Recordings of all the incredible speakers, panels, and sessions from the 2021 NC Child Hunger Leaders Conference will be available soon. We’re sharing this clip ahead of time: Dr. Lynn Harvey, Director of School Nutrition and District Operations at the NC Department of Public Instruction, gives a “by the numbers” look at how school nutrition programs have pivoted to adapt to the pandemic during the past year.
Let’s start with the number 9 as in March 9… the date Department of Public Instruction submitted its first waiver to the USDA to allow for non-congregate meals to be available to children;
Or the number 14… the date on which our Governor issued an Executive Order that closed schools to students as a means of coordinating a public health response to COVID-19;
Or 48… the number of hours it took for School Nutrition Directors to pivot from providing meals for students at school… to providing them as grab-and-go or curbside pickup… or transporting them to students by yellow school buses… or making them available in meal bundles;
Or… 60…as in 60 percent of the students enrolled in NC’s public schools, who at the time of school closure due to the pandemic, were dependent upon meals every day at school for their primary source food and nutrition;
115 – the number of School Food Authorities… that pivoted… yes, they literally did an “about face” to transition from the National School Lunch Program to the Summer Food Service program… in order to provide meals to students under the new normal that required social distancing, face coverings and hand sanitizers;
21,000 – the number of school buses that were converted to food trucks in order to deliver meals to children during the height of the pandemic;
38 – the number of Community Organizations that stepped up to become sponsors in the Summer Nutrition Program to support school districts and charter schools in providing meals to children in their communities…
And let’s not forget 3,223… the number of meal sites…
And of course… who can forget… the numbers 877-877 – the number to which parents could text to find locations for free meals for their children in the communities
½ million – the average number of meals served to children daily during the first 90 days of school closure;
68 – the number of hours over the past year spent in COVID-19 Wednesday Webinars… to learn about new and evolving Federal Regulations, best practices and other pandemic success strategies;
74 – the number of Federal waivers requested/received from the USDA, since last March, to allow us to successfully pivot to provide meals to students using a variety of innovative delivery status; we are indebted to the USDA for their unprecedented waiver authority;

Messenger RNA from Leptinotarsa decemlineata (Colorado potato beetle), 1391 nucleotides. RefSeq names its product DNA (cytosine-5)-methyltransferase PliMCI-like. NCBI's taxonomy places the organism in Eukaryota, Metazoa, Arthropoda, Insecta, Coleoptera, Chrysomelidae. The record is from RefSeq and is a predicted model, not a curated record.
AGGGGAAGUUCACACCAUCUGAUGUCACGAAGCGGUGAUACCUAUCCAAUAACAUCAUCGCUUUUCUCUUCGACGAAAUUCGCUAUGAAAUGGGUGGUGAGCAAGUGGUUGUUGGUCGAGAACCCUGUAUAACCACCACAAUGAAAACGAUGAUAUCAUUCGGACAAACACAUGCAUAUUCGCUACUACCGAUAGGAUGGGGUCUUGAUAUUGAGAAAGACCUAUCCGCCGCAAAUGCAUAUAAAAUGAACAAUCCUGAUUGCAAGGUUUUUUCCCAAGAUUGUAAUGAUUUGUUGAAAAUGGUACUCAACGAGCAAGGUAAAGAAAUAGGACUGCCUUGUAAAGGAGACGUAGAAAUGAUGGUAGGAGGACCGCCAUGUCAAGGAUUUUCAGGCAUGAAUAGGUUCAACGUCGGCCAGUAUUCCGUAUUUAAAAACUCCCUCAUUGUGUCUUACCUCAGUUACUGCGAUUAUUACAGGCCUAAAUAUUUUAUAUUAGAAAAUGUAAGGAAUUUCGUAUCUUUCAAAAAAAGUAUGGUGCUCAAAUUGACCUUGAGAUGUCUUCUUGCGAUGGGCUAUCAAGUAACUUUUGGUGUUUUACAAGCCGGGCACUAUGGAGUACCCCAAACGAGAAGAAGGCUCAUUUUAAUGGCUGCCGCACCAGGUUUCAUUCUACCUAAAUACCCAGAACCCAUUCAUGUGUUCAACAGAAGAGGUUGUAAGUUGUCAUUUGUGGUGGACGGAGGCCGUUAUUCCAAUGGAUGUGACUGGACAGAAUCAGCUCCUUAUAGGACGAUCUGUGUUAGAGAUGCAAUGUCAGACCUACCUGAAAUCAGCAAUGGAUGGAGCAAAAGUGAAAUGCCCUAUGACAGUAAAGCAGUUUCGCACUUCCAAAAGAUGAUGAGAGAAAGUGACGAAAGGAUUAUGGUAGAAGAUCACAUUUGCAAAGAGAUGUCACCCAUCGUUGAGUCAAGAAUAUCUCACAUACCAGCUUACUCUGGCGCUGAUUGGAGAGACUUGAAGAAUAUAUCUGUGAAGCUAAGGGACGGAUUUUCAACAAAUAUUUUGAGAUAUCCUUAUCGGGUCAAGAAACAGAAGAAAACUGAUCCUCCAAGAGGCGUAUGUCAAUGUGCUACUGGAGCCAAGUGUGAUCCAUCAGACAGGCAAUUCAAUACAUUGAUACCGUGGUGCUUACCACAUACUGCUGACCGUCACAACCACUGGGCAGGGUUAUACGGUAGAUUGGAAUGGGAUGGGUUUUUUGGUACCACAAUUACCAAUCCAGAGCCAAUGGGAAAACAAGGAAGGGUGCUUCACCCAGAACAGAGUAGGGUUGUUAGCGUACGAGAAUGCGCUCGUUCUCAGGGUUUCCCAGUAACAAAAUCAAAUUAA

3 – the number of guiding principles that have been our beacon during this pandemic… those include providing meals for many food-insecure children as possible… doing so as safely as possible and in a manner that supports program sustainability and integrity;
75 Million… as in $75 Million dollars appropriated by the NC General Assembly to support the sustainability of the School Nutrition Programs during the pandemic;
52… the number of School Nutrition Programs that have subsequently been audited to document the allowable use of those funds… all in the name of program integrity;
940,000… the number of economically disadvantaged students in our state who are eligible to receive Pandemic-Emergency Food Assistance Benefits or P-EBT;
1,050 – the number of conference attendees who are coming together for the Child Hunger Leader’s Conference to take action to address and hopefully make huge strides to eliminate Child Hunger in our state;
And perhaps the most important number – the number 1 – as in the power of one voice… your voice… advocating for children who cannot advocate for themselves;
117… as in the 117th Congress where it is very likely the Child Nutrition Programs will undergo Reauthorization this year. It’s been over 10 years since these programs were reauthorized… and this may be our year. So…let’s end with this number and a commitment to help our decision-makers recognize the importance of making universal free meals… or meals at no cost to children… available to all students as part of their instructional day as a means of eliminating child hunger while nourishing children to achieve their best in school.
Dr. Harvey added another number on day 2 of the conference during the “Future of School Nutrition Policy” session: more than 130 million meals provided collectively statewide by the school nutrition community since schools first closed for the COVID-19 emergency in mid-March 2020.